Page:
Green technology innovation: Anatomy of exploration processes from a learning perspective

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This paper examines how established firms use their core competences to diversify their business by exploring and ultimately developing green technologies. In contrast to start‐ups dedicated to a green mission, diversifying into green markets by developing new products based on existing core competences has proven to be challenging. This is because the exploration processes to find a match between green technology opportunities and internal competences is complex and new to most established firms. This paper gains insights into exploration processes for green technologies and the learning modes and outcomes linked to these processes. We examined exploration processes at the microlevel in an embedded case study of an engineering firm using a combination of the “fireworks” innovation process model and organizational learning theory. First, we found that developing green technologies involves a long‐term exploratory process without guarantee of (quick) success and likely involves many exploration failures. Second, as exploration unfolds along multiple technology trajectories, learning occurs in individual exploration paths (on‐path), when new paths are pursued (path‐initiation), and when knowledge from one path is spilled over to subsequent paths (across‐paths). Third, to increase their chances for success, firms can increase the efficiency of exploration by fostering a failure‐friendly organizational culture, deliberately experimenting, and purposefully learning from failures.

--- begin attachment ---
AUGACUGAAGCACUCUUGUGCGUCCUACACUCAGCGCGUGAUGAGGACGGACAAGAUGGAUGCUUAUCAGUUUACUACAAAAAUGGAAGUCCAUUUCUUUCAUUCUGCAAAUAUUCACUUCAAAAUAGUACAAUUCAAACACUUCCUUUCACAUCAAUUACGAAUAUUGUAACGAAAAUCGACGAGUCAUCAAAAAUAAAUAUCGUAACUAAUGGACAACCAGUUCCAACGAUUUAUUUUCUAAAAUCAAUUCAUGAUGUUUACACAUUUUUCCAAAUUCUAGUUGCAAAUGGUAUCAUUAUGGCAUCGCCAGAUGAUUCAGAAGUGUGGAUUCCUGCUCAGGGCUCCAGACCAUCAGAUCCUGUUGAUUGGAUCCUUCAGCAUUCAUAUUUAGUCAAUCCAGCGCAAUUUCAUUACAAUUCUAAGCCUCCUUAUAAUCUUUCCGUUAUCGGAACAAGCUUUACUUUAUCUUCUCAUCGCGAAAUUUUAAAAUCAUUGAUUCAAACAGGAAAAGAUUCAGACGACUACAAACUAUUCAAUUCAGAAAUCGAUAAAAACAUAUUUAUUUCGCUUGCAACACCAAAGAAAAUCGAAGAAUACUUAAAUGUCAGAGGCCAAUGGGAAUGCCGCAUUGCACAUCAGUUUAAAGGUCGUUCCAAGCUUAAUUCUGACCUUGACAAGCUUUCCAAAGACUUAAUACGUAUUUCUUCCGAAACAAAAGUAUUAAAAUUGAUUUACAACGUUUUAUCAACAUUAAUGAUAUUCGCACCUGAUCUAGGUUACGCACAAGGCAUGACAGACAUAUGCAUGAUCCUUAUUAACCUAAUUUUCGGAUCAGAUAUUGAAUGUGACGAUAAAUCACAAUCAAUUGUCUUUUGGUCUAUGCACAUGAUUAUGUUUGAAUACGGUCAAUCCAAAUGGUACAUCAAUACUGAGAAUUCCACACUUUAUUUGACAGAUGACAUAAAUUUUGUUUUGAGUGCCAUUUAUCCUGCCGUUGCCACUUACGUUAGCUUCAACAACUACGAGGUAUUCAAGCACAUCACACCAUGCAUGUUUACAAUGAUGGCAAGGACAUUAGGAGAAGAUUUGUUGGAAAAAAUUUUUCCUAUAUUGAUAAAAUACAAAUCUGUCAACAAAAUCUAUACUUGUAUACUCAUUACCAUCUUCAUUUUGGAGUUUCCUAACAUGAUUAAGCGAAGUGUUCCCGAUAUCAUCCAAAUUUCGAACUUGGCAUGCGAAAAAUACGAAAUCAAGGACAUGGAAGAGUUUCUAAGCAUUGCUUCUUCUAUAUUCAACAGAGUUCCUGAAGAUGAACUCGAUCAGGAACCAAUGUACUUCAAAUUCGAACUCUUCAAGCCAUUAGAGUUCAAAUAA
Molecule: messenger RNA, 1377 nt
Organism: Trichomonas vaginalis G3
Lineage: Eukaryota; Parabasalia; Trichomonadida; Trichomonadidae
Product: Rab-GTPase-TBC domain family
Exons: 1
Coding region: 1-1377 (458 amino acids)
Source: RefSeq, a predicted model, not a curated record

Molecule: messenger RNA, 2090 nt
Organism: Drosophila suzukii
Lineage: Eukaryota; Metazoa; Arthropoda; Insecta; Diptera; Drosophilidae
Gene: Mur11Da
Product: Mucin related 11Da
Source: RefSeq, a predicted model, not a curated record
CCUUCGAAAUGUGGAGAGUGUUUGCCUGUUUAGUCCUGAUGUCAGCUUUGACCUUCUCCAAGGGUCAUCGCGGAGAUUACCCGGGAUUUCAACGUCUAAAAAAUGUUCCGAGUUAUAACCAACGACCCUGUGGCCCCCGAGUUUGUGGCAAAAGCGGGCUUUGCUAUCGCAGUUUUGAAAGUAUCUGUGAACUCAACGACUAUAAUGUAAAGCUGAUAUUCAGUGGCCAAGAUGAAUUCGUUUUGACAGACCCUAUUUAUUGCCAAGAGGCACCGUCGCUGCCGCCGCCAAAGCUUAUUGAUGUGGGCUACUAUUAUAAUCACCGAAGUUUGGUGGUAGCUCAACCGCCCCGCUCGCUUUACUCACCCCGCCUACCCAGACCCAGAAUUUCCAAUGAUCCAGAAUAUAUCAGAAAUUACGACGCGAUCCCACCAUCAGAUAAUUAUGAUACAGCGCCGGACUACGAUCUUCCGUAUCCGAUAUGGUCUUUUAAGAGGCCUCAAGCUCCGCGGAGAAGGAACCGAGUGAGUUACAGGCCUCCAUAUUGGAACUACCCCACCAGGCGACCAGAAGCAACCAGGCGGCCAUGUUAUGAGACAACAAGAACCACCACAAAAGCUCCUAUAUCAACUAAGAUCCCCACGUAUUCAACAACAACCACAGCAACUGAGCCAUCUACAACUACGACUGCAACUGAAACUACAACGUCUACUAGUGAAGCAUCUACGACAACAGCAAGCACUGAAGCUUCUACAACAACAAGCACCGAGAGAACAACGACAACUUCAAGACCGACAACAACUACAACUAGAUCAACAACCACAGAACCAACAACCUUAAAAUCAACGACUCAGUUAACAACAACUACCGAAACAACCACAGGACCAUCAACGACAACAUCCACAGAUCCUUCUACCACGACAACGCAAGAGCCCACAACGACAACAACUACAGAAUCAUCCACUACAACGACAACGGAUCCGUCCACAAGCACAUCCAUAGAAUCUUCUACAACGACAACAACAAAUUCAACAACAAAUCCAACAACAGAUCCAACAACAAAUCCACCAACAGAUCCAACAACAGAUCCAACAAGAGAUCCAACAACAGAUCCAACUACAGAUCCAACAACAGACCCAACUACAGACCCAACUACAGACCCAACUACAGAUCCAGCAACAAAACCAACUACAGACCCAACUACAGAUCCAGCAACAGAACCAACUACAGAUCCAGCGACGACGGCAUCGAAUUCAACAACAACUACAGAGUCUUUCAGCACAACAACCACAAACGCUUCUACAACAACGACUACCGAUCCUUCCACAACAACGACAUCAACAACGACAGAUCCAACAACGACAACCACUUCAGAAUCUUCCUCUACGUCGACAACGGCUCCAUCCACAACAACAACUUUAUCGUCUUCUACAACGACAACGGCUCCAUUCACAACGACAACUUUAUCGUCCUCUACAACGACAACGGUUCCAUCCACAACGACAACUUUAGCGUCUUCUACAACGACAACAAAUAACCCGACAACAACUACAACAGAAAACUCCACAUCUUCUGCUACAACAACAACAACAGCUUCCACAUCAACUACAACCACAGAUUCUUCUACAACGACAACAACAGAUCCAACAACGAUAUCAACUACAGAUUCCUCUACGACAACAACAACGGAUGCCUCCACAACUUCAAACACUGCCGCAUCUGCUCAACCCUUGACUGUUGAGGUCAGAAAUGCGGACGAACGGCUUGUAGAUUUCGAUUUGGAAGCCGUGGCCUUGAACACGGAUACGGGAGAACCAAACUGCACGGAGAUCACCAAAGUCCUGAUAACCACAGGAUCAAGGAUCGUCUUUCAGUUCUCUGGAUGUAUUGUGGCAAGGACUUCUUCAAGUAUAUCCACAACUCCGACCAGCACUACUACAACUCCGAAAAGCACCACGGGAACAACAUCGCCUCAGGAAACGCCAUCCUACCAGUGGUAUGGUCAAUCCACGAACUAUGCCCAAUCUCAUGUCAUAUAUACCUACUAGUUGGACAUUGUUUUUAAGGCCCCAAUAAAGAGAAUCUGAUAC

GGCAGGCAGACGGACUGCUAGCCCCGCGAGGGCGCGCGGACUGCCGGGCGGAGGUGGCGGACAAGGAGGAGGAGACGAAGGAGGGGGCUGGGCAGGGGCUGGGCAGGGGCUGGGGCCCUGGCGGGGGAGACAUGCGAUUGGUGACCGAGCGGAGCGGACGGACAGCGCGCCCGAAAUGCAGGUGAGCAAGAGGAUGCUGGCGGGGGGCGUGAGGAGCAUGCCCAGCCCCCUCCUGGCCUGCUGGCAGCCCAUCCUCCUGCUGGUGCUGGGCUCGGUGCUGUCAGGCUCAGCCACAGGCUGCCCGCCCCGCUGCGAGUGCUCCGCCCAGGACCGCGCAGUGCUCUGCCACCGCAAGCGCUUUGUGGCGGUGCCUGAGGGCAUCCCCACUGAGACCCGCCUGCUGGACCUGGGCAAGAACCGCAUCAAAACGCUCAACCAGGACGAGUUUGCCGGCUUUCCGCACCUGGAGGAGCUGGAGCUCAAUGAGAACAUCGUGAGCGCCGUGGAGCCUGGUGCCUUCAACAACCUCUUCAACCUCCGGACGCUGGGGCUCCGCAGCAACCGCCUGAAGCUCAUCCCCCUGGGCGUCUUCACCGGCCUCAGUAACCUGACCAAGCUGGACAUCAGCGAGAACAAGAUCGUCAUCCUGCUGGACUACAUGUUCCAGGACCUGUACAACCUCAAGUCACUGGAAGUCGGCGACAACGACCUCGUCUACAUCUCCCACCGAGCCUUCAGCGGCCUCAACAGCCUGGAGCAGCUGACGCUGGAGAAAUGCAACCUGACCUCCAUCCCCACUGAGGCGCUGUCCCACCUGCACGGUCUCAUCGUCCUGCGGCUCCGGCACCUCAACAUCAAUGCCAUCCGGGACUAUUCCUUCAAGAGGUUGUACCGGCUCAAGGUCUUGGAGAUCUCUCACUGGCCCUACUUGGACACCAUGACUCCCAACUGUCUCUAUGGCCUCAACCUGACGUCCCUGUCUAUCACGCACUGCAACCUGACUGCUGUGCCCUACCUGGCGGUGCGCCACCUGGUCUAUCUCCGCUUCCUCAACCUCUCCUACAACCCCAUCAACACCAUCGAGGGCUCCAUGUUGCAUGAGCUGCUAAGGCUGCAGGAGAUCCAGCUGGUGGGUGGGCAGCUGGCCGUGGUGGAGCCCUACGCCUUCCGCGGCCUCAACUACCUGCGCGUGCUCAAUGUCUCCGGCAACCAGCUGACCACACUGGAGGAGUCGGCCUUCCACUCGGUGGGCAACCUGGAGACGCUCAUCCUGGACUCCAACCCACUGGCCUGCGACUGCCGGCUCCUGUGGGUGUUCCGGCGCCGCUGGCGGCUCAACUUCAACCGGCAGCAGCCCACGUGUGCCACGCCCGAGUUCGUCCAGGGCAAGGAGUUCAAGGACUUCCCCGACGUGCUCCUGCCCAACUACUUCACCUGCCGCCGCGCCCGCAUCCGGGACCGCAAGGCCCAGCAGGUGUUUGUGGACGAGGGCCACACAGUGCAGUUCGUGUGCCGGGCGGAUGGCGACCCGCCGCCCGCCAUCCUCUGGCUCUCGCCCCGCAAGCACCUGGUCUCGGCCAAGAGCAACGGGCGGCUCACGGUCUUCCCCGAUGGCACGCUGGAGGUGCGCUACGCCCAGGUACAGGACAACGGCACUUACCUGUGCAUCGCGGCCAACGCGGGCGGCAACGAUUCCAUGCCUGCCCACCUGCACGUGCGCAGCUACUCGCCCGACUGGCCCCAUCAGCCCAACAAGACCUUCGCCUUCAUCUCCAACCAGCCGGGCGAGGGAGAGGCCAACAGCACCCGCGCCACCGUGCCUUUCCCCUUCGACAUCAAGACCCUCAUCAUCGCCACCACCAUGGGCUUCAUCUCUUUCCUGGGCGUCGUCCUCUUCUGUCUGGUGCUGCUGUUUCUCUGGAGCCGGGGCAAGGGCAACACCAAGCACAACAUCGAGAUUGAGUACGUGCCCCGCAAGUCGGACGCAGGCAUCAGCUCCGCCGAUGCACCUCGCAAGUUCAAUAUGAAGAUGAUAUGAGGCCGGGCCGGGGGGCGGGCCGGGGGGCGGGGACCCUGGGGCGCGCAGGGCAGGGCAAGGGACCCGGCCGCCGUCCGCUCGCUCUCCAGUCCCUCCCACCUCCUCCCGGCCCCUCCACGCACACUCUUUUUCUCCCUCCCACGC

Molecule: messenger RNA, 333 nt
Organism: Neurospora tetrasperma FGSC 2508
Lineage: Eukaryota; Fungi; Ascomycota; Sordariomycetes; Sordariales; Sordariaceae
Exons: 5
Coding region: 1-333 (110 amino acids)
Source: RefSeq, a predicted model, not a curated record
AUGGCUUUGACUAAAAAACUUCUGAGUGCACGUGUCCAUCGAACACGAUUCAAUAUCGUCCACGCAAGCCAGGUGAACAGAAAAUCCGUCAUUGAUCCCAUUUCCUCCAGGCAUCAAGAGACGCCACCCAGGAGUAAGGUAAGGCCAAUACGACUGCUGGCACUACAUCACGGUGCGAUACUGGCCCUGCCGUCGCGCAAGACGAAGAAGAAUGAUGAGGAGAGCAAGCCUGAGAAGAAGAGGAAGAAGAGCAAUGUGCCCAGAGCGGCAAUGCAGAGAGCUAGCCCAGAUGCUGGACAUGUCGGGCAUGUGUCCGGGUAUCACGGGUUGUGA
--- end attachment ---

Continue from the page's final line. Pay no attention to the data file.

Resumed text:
Original languageEnglish
JournalBusiness Strategy and the Environment
Issue number6
Pages (from-to)970-988
Number of pages19
Publication statusPublished - 01.09.2019

Bibliographical note

Funding Information
FP7 Marie Curie Action: Initial Training Network. Grant Number: 316604
Quality Austria ‐ Trainings, Zertifizierungs und Begutachtungs GmbH and the State of Upper Austria